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Violence did not start in the 1970s

Michael
Burke

Thursday, September 14, 2017

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Jamaica has a problem with crime and violence that is far more serious in specific areas of the country. While stating the facts, there are some who are very selective with what they choose to relate. This is why witnesses in court swear to tell the truth, the whole truth, and nothing but the truth. For the purposes of this article, I emphasise “the whole truth”.

In the Sunday Observer of September 10, the Rev Al Miller identified the 1970s as the start of the upsurge in violence. Actually, the tendency to crime and violence in Jamaica goes back to the days of the pirates. Historians know about the documented reports of such activities, but was anyone keeping statistics in those days of such activities?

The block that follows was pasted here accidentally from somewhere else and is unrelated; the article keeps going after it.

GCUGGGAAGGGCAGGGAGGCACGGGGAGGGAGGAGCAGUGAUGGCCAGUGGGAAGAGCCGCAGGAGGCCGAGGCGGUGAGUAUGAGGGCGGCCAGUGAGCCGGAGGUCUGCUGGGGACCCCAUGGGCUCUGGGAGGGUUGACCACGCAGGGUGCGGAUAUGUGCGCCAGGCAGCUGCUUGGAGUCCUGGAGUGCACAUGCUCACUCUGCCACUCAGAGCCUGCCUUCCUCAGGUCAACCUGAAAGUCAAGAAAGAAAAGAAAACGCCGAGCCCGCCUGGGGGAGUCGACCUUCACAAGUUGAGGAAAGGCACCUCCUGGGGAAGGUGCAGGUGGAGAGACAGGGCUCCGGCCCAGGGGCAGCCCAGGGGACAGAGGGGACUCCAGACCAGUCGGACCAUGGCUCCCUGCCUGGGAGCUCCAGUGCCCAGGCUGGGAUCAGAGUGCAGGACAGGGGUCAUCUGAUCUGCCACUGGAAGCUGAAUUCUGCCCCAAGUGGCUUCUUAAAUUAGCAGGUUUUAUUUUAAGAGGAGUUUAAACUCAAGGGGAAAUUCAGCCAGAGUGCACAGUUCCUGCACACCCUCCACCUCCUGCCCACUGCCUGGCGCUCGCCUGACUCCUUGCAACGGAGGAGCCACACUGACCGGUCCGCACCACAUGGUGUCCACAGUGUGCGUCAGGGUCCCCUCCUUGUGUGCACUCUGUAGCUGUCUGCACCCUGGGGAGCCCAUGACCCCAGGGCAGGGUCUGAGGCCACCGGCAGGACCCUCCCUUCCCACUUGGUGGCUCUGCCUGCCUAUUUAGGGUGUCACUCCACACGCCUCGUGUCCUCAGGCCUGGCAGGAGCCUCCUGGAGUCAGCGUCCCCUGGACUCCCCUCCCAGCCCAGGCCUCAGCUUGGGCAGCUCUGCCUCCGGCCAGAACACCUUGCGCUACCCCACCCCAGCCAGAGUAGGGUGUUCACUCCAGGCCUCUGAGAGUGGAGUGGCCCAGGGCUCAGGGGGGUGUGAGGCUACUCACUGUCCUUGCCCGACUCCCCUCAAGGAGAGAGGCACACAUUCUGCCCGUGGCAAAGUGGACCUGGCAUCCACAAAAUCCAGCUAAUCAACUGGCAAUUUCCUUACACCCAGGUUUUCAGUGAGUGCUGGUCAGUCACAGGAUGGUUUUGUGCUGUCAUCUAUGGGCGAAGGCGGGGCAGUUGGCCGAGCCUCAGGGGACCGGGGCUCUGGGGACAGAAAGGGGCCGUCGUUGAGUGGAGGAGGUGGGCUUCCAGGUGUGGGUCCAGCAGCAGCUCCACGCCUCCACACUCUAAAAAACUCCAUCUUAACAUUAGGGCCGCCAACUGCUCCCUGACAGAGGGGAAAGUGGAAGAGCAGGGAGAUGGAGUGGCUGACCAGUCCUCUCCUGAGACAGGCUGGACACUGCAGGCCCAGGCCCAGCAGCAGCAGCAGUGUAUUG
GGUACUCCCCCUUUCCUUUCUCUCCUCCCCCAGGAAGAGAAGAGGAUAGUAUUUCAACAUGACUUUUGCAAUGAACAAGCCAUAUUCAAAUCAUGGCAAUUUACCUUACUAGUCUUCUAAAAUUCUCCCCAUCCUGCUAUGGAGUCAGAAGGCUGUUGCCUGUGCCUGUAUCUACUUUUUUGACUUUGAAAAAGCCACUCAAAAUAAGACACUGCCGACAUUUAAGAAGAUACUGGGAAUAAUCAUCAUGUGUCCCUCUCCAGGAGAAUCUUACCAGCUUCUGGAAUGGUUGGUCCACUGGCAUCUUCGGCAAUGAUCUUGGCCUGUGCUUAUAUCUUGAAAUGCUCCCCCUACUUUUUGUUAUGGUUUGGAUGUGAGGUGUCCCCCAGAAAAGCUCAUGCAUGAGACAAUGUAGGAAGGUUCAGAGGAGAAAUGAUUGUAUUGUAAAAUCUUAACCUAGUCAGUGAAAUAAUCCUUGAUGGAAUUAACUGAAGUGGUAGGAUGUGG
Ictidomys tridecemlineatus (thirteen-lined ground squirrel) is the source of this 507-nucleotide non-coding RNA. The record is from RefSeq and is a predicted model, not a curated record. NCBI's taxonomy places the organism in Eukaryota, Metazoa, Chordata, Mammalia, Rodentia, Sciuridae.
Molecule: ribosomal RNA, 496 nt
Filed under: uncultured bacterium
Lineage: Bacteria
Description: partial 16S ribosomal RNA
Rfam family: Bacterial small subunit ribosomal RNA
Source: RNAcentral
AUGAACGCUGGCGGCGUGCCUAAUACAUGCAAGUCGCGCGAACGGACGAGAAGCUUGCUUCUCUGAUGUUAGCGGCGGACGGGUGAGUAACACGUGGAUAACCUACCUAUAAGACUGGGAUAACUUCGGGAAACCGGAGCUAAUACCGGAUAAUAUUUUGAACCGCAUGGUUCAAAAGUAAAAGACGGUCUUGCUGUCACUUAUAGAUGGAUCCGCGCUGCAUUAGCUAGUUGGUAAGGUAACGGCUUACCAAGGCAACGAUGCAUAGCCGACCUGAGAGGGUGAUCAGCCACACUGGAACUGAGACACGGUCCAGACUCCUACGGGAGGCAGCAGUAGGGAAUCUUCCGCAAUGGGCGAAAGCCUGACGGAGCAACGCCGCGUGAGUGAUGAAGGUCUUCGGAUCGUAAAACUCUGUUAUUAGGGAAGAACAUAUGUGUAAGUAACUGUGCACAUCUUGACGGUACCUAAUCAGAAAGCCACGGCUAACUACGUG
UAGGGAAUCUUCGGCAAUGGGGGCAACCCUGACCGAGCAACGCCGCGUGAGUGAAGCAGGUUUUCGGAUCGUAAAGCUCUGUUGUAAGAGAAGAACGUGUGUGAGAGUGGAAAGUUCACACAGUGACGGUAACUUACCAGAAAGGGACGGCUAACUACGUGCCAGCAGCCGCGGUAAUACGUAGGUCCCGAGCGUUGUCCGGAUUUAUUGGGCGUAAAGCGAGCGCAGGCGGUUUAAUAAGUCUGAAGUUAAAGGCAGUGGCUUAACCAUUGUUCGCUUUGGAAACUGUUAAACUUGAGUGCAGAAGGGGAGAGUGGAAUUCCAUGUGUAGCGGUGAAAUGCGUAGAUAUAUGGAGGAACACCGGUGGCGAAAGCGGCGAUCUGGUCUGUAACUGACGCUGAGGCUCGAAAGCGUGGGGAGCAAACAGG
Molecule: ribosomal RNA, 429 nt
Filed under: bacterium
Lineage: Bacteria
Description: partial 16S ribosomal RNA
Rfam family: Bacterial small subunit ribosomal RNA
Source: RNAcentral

In any case, statistics are sometimes skewed. So the murder figure in Jamaica by 1962 was 66, a far cry from the very large figure that it might very well have been 300 years previously in the days of piracy. And certainly a far cry from today in both statistics and reality.

The year 1962 was the time of the granting of political independence. It was also the year of a general election held in April, when the Jamaica Labour Party won power previously held by the People's National Party (PNP). Seldom, if ever, is credit given to Norman Washington Manley and his Government for keeping violence in check. Before 1962, Jamaica was a British colony but we had internal self-government.

Al Miller then 'jumps' from 1962 to 1976, instead of 1966. It was in 1966 that a state of emergency was declared for West Kingston only. Why did Norman Manley, in 1967, after claiming that he was shot at in western Kingston while in a motorcade, declare that “a new and dangerous thing has been unleashed on Jamaica”?